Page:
Excluded and invisible: Women at the Azadi March

As men march on, women continue to face barriers in the realm of politics

Tehreem M Alam November 01, 2019
PHOTO: TWITTER/@aaminsann

The Azadi March, spearheaded by the Jamiat Ulema-e-Islam-Fazl (JUI-F), has finally reached Islamabad, with the streets of the capital echoing with chants of ‘Azaadi’. But the crescendo suffers from a conspicuous absence: the voice of women.

In the first week of October, the country's local media, citing sources, claimed that JUI-F chief Maulana Fazlur Rehman had barred women from participating in the march. The reports added that the same had been conveyed to other opposition parties - including the Pakistan Peoples Party and the Pakistan Muslim League-Nawaz.

Being a religio-political party, it is no surprise that the party's women cadre have been asked to stay back. For the party's rank and file, who grow up in an environment that focuses on the segregation of the genders, this is how things should be.

But it can have a pernicious effect as one journalist of AAJ TV found.

On being asked about the absence of women from the march, a holier-than-thou marcher, purportedly a member of JUI-F's banned wing Ansarul Islam, said what separated JUI-F from other political parties was that the men in the party always stood up for the rights of their women.

"Our women, who are sitting at home, will agree that the menfolk represent them," he told the bemused reporter as can be seen in the clip shared by journalist Gharida Farooqi.


The situation took a turn for the worse when the JUI-F workers and participants of the march, taking cue from the situation, started causing trouble for the female journalists covering the event.

Nadia Suleman from BBC Urdu claimed she was harassed by the participants of Azadi March. She was insulted and asked to leave the premises where the crowd had gathered. She said, "A volunteer in khaki uniform insulted me, said my presence is destroying the march."

Another female reporter from Independent Urdu took to Twitter and wrote about how JUI-F workers had stopped her from covering the march in Karachi.

“I have been covering politics for some time now, but never in my journalistic career have I been barred from covering an event. I went to cover JUI #AzaadiMarch earlier this morning. JUI security personnel asked me to leave because I was a woman.”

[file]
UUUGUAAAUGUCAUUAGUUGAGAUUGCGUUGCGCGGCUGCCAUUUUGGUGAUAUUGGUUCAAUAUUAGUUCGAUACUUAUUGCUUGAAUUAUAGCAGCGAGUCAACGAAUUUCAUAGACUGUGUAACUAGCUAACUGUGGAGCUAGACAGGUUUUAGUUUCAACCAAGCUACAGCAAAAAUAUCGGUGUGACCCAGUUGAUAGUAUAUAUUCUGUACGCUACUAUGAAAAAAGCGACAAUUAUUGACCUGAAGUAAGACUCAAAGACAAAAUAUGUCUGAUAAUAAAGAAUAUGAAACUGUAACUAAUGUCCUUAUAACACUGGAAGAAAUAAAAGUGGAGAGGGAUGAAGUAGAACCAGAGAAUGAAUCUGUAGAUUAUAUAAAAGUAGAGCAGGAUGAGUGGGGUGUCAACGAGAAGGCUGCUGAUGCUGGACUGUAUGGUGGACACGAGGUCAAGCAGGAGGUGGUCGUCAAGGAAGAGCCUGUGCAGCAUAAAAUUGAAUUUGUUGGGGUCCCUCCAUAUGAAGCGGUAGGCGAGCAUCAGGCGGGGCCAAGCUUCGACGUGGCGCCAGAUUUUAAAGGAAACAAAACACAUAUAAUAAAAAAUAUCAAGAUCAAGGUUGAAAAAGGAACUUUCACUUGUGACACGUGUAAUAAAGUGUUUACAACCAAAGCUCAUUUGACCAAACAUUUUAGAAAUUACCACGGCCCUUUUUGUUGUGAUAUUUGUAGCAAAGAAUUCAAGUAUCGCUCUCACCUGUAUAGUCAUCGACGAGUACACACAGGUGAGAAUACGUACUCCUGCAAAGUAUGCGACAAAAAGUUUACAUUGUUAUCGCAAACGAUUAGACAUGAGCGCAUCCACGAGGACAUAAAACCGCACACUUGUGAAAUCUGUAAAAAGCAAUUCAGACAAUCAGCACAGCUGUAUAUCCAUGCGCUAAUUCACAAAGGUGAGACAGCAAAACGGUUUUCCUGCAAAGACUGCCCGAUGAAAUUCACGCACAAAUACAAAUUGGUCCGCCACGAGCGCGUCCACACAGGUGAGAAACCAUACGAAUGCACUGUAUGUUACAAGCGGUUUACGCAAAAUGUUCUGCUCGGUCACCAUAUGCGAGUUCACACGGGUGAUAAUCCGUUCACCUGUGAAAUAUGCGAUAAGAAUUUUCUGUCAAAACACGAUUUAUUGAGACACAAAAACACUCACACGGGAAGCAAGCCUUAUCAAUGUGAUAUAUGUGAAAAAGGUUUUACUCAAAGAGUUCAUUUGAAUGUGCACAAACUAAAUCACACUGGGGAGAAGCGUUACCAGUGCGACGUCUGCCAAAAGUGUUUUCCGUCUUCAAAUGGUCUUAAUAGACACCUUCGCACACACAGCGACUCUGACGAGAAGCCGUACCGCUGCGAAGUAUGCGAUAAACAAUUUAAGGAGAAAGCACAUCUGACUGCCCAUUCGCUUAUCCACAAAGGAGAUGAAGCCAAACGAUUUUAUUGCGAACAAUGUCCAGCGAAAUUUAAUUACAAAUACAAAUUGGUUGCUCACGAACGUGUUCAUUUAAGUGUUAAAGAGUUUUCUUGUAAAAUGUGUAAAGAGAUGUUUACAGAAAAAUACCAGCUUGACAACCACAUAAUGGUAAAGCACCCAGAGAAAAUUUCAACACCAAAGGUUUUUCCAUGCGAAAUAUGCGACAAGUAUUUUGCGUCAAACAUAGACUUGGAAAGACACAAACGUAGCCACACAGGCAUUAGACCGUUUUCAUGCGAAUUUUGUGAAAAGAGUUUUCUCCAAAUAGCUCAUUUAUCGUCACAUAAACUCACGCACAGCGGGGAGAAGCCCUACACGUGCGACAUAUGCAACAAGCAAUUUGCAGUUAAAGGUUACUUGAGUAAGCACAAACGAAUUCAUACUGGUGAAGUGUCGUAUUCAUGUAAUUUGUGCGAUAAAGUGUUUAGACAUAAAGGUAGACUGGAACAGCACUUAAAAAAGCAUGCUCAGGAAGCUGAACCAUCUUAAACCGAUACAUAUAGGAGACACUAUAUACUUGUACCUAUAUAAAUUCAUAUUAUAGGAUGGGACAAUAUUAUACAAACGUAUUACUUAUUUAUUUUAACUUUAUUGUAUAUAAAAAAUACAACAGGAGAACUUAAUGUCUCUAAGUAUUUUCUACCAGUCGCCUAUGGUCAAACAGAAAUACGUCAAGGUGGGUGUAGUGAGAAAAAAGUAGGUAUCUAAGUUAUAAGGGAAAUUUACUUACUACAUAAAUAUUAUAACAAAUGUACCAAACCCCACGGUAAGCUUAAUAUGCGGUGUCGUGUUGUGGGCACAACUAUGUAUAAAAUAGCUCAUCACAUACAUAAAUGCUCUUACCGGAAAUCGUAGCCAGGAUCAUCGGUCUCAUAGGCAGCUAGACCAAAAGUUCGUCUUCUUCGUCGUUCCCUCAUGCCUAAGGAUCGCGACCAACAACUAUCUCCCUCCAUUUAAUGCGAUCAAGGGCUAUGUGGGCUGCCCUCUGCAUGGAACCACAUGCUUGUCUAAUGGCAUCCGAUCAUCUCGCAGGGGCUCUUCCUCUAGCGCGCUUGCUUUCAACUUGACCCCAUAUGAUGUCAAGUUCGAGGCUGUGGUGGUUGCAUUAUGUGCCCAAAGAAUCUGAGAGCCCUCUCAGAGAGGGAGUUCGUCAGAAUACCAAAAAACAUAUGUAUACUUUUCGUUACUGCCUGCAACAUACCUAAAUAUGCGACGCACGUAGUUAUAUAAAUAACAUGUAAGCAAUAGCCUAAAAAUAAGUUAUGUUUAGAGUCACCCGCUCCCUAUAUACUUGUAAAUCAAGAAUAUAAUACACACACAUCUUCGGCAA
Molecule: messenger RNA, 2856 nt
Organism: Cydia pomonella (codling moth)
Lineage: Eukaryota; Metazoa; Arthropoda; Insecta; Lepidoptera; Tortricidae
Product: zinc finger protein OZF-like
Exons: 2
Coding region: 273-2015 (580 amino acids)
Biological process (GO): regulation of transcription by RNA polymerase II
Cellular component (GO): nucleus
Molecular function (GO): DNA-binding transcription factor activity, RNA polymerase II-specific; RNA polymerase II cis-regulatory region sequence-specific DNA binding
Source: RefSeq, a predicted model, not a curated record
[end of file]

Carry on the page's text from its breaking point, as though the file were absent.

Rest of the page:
Another journalist, Shiffa Z. Yousafzai, penned down her experience of being barred from the march and said some men started yelling at her, saying women weren’t allowed.

“While giving the intro a man came and started saying women aren’t allowed, women CANNOT be here. Leave! Slowly but in a minute’s time a crowd of men encircled us and started chanting the slogans, we had to leave but they kept coming after us in huge crowds making sure that I leave”


The tweets not only had social media up in arms, it also provided government leaders to take potshots at their rivals.

Former Finance Minister Asad Umar took to Twitter to call out the opposition over the exclusion of women from the march.

"One thing is clear from what has been seen of the opposition march so far.... Their vision of Pakistan is one where women have no place in the public space."

Minister of Science and Technology Fawad Chaudhry, known for jumping into the fray, launched a scathing attack on the opposition-led rally.

“A group of otherwise liberals is blinded by Imran Khan hate and supporting extremists march on Islamabad, any success to such marchers ll mean end of Pak as democratic regime and a formation of Taliban style Govt ! Beware”

The incumbent government’s de facto spokesperson Firdous Ashiq Awan also shared her views on the bigotry faced by female journalists.

“The fanatical extremist mindset of democracy has hit the rights of more than half of Pakistan's population, including women. The March administration reminded women anchors and reporters of the Stone Age by not allowing coverage.”


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